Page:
View Full Version : Laser Recommendation

Ron Moorehead
02-10-2007, 5:36 PM
I know this question has been asked many time, but I thought I would ask it one more time.

What laser and laser wattage would you recommend; I have a customer that would like me to start cutting some ¼ inch acrylic templates for them. The largest piece would be 18” by 18”, but I would also like to branch out with the laser, but not sure into what yet.

I have seen the Epilog and ULS at trade shows and both look to be good machines, what about the Pinnacle, my understanding is they just sell on the internet, but I would like to see the engraver before I spend $15K plus on a machine any other engravers?

Any help would be great. Thanks…

Frank Corker
02-10-2007, 6:14 PM
Ron it seems to be a personal choice type of thing. The thing to remember is that if you get it with only the intention of cutting a certain depth, you can bet once you have it, it's never seems to be enough.

Personally I'd go for big wattage and big bed. In that order. I have a 45 watt and it has done everything I have ever required from it, but I'd feel even happier if it had 75 watt in there.

Gary Shoemake
02-10-2007, 6:20 PM
I have a Pinnicle and have no problems with it. If you have a Laserpro rep near you it is the same machine. Look at it then if you like the features and warranties talk to Signwarehouse and see what kind of a deal you can get.

Good luck


PS They are located in Dennison Texas near the Oklahoma border, they will give you a demo and tour of their facilites. Just call to set it up.

Tom Majewski
02-10-2007, 8:50 PM
Asking here what brand laser to get is akin to asking what religion is best... except that we don't have wars over it.:)

I have a Pinnacle and I'm really happy with it. What little support I needed so far has been quickly answered via phone or email.
The one common fact everyone will agree is to get all the power you can afford. With 40watts I can cut 1/2" mdf, but it was so slow and charred that I had to pass on the job. 25 watts is enough for 1/4" acrylic, but try to buy more because you never know what someone will ask you to cut.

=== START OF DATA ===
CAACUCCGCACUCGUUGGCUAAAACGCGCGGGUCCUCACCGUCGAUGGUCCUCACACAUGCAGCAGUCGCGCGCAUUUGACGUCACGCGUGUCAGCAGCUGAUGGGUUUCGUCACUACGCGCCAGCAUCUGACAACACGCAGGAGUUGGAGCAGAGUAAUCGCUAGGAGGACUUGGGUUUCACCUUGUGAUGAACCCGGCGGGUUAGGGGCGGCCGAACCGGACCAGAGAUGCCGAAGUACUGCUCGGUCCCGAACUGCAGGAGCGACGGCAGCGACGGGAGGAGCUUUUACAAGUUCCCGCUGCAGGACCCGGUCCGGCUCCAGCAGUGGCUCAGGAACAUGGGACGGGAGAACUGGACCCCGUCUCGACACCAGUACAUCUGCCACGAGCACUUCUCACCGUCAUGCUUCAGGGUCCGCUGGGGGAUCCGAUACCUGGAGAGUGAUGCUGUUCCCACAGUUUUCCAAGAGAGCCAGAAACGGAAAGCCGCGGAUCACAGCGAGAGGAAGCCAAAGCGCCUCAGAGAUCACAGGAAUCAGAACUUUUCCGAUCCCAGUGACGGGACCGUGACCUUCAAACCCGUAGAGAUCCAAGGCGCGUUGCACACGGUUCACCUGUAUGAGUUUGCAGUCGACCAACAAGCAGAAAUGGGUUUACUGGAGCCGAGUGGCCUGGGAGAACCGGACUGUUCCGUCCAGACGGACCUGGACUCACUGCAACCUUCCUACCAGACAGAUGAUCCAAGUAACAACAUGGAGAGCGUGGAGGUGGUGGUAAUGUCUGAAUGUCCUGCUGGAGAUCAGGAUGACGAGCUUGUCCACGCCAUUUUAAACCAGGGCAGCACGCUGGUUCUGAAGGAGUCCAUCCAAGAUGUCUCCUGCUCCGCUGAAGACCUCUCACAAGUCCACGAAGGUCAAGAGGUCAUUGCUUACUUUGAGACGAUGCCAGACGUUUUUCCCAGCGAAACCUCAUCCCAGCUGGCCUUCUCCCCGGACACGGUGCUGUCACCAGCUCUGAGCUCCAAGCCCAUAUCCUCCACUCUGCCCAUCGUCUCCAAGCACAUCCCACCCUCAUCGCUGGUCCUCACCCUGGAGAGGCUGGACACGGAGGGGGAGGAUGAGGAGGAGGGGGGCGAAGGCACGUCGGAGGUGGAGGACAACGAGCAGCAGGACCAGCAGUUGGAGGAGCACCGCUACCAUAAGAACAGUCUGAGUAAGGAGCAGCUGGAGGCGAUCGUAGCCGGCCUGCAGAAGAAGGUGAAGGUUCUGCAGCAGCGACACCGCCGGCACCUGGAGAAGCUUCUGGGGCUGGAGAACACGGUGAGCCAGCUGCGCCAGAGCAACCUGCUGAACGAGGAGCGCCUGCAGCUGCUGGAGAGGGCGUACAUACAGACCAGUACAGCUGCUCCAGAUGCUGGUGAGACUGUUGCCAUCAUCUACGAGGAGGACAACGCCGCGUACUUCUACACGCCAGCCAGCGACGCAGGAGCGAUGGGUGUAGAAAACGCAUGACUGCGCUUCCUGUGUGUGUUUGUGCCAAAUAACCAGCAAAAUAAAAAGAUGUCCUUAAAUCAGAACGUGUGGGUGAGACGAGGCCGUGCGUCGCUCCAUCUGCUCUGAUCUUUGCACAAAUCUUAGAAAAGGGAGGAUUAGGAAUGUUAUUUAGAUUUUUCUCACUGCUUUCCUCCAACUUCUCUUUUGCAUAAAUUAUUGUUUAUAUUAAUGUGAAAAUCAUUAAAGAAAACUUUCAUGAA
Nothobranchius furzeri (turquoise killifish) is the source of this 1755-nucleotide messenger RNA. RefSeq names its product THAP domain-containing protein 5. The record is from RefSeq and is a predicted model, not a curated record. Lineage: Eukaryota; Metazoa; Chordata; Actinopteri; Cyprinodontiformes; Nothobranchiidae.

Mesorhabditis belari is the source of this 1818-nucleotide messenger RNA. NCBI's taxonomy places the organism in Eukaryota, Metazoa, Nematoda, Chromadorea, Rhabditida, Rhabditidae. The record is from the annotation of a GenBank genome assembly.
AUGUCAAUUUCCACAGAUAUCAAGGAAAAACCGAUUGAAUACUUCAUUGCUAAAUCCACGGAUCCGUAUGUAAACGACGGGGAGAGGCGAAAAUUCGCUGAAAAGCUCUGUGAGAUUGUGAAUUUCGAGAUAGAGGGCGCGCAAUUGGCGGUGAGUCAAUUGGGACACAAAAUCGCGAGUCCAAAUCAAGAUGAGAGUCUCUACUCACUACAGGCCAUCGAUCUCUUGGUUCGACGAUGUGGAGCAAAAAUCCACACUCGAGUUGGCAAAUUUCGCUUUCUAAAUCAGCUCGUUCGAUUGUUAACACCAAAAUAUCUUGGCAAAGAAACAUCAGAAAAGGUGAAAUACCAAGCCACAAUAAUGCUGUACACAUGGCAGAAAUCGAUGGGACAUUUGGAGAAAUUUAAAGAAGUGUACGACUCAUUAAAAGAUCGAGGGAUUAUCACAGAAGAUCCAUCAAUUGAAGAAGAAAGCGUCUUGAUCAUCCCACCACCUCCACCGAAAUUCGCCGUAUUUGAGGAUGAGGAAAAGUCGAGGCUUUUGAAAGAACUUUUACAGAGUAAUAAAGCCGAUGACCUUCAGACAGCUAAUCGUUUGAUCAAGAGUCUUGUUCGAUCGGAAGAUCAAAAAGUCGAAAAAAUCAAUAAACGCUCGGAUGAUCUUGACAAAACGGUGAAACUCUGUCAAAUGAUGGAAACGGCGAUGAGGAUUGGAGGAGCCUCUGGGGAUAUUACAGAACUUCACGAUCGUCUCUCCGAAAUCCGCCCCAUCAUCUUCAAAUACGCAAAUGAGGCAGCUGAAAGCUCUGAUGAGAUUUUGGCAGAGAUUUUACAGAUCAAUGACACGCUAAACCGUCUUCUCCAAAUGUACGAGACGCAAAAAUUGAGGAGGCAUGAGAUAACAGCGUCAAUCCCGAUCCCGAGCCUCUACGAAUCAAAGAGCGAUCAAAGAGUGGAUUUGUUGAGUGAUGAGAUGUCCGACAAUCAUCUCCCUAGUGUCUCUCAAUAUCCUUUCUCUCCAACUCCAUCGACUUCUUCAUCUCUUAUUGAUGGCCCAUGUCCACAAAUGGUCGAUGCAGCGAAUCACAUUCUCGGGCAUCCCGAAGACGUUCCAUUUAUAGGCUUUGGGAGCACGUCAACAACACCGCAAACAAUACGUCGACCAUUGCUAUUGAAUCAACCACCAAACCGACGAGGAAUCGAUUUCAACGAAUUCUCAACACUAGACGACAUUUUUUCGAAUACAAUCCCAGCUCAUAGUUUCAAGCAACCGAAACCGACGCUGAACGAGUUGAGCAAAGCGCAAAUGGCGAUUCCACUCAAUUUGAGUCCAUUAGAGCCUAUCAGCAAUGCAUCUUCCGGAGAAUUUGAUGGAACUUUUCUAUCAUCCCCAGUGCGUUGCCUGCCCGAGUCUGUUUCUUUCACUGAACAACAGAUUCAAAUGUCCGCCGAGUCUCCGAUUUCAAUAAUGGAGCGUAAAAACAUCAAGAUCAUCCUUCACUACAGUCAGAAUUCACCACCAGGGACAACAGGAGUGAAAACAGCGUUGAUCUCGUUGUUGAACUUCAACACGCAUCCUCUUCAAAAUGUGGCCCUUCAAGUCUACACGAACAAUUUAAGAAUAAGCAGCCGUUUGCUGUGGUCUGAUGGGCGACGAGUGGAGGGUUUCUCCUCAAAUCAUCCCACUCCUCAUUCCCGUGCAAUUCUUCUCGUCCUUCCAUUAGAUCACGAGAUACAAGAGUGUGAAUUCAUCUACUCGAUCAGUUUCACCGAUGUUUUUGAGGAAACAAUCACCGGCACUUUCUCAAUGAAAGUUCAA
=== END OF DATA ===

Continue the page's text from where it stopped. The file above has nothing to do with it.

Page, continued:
Whatever brand you get, I think the real key is knowing how to use all of your laser's print driver settings, and knowing your graphics/vector software. You'll find lots of tips and shortcuts on this group.

Rodne Gold
02-11-2007, 12:22 AM
One has to weigh up both wattage and table size as both are expensive. A bigger bed might allow you to tackle the last 5% of the jobs you are asked to do but at a real high cost in terms of capital investment as well as all the problems that come with big beds (like power drops , alignment issues , motion system isssues and so on)
Same has to be considered for wattage , a 25-30 watt machine will generally engrave as fast as it can on most jobs and the areas you might save on in terms of time is cutting. The downside is a much more expensive machine and the fact that any tube replacement is also going to be extremely high cost wise.
I have 6 x 30w machines and they can do basically whatever I ask (1/4" acrylic is a doddle for these) ,

In terms of money , 2 x smaller 25-40 w machines is a far better bet than lets say a larger bed 75 watter at the same money. Multiple machines make far more sense financially as both machines can do 90% of all jobs and at 2x the speed , you also have a redundancy or backup machine if one goes down. Buy a machine that suits you financially and the most important factor of all , has great support and no quibble long warrantees.
More important than all of this is the business plan and the research of the markets you are going to serve. If you havent answered these questions adequately do not buy a laser.
1) What am I going to do with it
2) Who am i going to serve
3) How am I going to contact these ppl
4) What price am I going to charge
5) Who are my competitors
6) What do they charge
7) Why would ppl use ME instead of them
8) Whats the total cost of running a laser
9) How much profit am I going to make in a year.
Purchasing a laser for one customer and having all your eggs in one basket is a dangerous strategy IMHO.
the REAL secret to making money with a laser is not really just to offer cutting or marking services but to use it in house to manufacture items which you can sell at much higher profit margins than merely charging $x per minute for engraving or cutting.

Mike Hood
02-11-2007, 4:15 PM
I cut lots of Depron foam and birch ply for RPV/UAV developers in my area. It's a specialized group... but I absolutely NEED the ability to cut larger than 36".

One thing the Pinnacles and LaserPros have as an advantage over others is the feed-through doors (front and back).

I've cut 1/8" ply in single pieces 8 feet long (28" wide).

Mine is 40W and has a 20" x 38" table, and I use the full bed width all the time.